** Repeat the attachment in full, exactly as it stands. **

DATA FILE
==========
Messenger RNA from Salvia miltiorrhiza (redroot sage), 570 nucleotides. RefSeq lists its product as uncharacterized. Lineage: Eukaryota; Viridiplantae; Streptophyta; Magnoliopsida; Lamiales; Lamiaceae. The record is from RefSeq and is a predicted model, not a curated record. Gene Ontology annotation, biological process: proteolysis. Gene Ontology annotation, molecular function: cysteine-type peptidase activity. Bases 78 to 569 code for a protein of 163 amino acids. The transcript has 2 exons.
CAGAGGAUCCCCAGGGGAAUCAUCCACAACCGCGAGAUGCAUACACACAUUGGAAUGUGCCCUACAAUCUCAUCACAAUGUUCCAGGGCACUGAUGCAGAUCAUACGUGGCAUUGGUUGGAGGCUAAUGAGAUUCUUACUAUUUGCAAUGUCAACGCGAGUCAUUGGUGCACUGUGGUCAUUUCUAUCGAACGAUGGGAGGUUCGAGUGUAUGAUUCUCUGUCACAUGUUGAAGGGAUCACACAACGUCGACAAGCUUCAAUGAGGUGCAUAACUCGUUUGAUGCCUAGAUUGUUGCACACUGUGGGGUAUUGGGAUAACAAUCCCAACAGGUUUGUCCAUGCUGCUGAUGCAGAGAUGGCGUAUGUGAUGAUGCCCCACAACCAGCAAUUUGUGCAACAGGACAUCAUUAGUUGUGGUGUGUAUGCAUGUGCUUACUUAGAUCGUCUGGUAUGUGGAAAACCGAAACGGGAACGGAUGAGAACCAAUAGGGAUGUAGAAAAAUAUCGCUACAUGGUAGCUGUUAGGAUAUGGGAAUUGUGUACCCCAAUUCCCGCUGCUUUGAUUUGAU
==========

Messenger RNA from Salvia miltiorrhiza (redroot sage), 570 nucleotides. RefSeq lists its product as uncharacterized. Lineage: Eukaryota; Viridiplantae; Streptophyta; Magnoliopsida; Lamiales; Lamiaceae. The record is from RefSeq and is a predicted model, not a curated record. Gene Ontology annotation, biological process: proteolysis. Gene Ontology annotation, molecular function: cysteine-type peptidase activity. Bases 78 to 569 code for a protein of 163 amino acids. The transcript has 2 exons.
CAGAGGAUCCCCAGGGGAAUCAUCCACAACCGCGAGAUGCAUACACACAUUGGAAUGUGCCCUACAAUCUCAUCACAAUGUUCCAGGGCACUGAUGCAGAUCAUACGUGGCAUUGGUUGGAGGCUAAUGAGAUUCUUACUAUUUGCAAUGUCAACGCGAGUCAUUGGUGCACUGUGGUCAUUUCUAUCGAACGAUGGGAGGUUCGAGUGUAUGAUUCUCUGUCACAUGUUGAAGGGAUCACACAACGUCGACAAGCUUCAAUGAGGUGCAUAACUCGUUUGAUGCCUAGAUUGUUGCACACUGUGGGGUAUUGGGAUAACAAUCCCAACAGGUUUGUCCAUGCUGCUGAUGCAGAGAUGGCGUAUGUGAUGAUGCCCCACAACCAGCAAUUUGUGCAACAGGACAUCAUUAGUUGUGGUGUGUAUGCAUGUGCUUACUUAGAUCGUCUGGUAUGUGGAAAACCGAAACGGGAACGGAUGAGAACCAAUAGGGAUGUAGAAAAAUAUCGCUACAUGGUAGCUGUUAGGAUAUGGGAAUUGUGUACCCCAAUUCCCGCUGCUUUGAUUUGAU